IT Success: Never Let The SI Take The Wheel

Large IT projects frequently fail. One of the SIs (the usual suspects) is invariably involved. So are the SIs in some way the villains – or just unlucky to find themselves, so often, innocent bystanders at the scene of the crime?

Client organizations don’t do major systems projects every year.  SIs do them for a living. So it’s natural that clients look to leverage their SI’s expertise, a tendency reinforced by the SI’s pitch: ‘We’ve done it a hundred times. Just trust us…’.

It’s understandable too that, once the SI has been selected, clients most often sigh with relief – and surrender to their comforting embrace. Willingly seduced, they allow their SI’s methodologies and tools to dictate almost every aspect of their program.

The client and the SI have conflicting agendas of course, in at least two vital areas:

Business Transformation vs IT Project. The SI is hired ultimately to deliver an IT project.  So the SI will always focus on the technology issues.  But all the evidence suggests that projects fail when they neglect business stakeholder engagement and lose sight of wider business perspectives.

Sustainability. The SI has a project focus, often strongly reinforced by contractual incentives.  The SI needs to get the system delivered so it can get paid and move on. Whereas the client has a longer term and more holistic perspective. The client is looking for sustainable improvement.

These conflicting agendas can be worked out – through an ongoing dialog driven by the client, which must retain responsibility for staying in control of the SI relationship.

But most client organizations just don’t have a collaborative framework to enable this essential dialog in any productive way. The result is that the SI usually takes the wheel.  And so the focus shifts to the IT aspects and the system go-live, significantly increasing the risk of project failure.

Straws in the wind suggest that things are changing. IT projects that I know of which have adopted Nimbus have also reduced the SI’s role.  By spending less, they seem to get more. The client avoids capture by the SI, and so can ensure the effective collaboration that prevents ‘a business transformation project enabled by IT’ degrading into ‘another IT project’ – significantly increasing the chances of sustainable success.

Essentially, the client gets to focus the SI on its core competences – and avoids the cost of man-years of consultants leading low-value process workshops in airport hotels.

Related Posts

29 Oct 2012    IT Project Failure: How Did We End Up Here?

23 Oct 2012    Mapping The Stakeholders in GBS Success

© Text Michael Gammage 2013

Avoiding IT Failure (And Bankruptcy)

News from a colleague yesterday of another SAP project using Nimbus: unforeseen delays, a shredded budget and a bewildered client. Another huge success in fact.

This European manufacturer was told by a leading analyst firm to expect to take at least 8-12 months for its Finance transformation and SAP consolidation project across 8 countries and 7 lines of business.

Opting to use Nimbus, the program team worked with stakeholders from across the European business units to agree common business processes – in blueprints that included KPI’s, policies, local variants and all the detailed requirements necessary to implement a single SAP instance.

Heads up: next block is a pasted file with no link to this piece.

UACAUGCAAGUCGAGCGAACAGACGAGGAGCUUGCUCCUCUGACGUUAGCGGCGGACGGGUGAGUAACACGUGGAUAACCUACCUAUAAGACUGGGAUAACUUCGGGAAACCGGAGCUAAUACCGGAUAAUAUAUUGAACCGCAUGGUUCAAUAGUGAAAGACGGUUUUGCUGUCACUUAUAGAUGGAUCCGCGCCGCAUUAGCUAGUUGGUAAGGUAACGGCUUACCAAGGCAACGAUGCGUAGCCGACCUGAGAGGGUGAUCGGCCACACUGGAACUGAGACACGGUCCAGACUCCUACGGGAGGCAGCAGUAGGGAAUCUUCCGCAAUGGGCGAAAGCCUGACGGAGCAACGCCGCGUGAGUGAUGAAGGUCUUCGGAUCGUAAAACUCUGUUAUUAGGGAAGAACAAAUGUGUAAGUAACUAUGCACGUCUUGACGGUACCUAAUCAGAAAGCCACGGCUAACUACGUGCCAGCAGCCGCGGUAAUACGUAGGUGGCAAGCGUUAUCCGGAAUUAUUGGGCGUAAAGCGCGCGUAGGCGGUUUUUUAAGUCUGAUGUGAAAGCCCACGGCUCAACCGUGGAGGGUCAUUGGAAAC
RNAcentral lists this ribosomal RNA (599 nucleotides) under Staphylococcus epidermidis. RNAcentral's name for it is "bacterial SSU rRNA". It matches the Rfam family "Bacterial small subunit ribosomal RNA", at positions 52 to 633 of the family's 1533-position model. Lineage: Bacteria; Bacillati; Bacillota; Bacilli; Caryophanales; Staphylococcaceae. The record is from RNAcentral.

Their results were completed, presented and approved by all the country CFOs and other CxO stakeholders in just 4 months.

Which leaves the program team with an unforeseen delay while the rest of the business scrambles to catch up (it was widely assumed that the program team would take at least 12 months to complete the blueprinting phase).

And the client’s budget is shredded.  The program timescale has been dramatically shortened, significantly reducing the consulting days required (as well as the equally expensive number of days required from internal resources).

This client’s savings are not at the expense of quality. The reverse in fact. As it happened, the client’s chosen SI implementation partner had no Nimbus expertise. So the client decided that they would not be required for the blueprinting phase. It was a gamble that paid off handsomely.  When the SI was recently re-introduced back into the project, at the completion of the blueprinting, its verdict was that this is “the best SAP blueprint we have ever seen”.

It’s another example of the power of Nimbus as a platform for effective collaboration across complex and dynamic environments (yawn…). But it’s extraordinarily relevant in a week when McKinsey has published results from a survey of 5,400 IT projects (with a combined cost over-run of $66bn).

As McKinsey notes, the keys to IT project success are not rocket science: good stakeholder management, effective teamwork and avoiding ‘the common pitfall of focussing disproportionately on technology issues’.

So a platform that provides visualization of end-to-end processes – intuitive, in their complete business context, and in the language of the business – and wrapped within a robust governance framework won’t just cut costs.  It’s the best possible insurance against a ‘black swan’ – the 17 percent of IT projects which McKinsey reckon go so bad that they can threaten the very existence of the company.

Related Posts

28 Aug 2012    The ROI On Process Visualization

24 Aug 2011    The Root Cause of IT Failures

© Text Michael Gammage 2012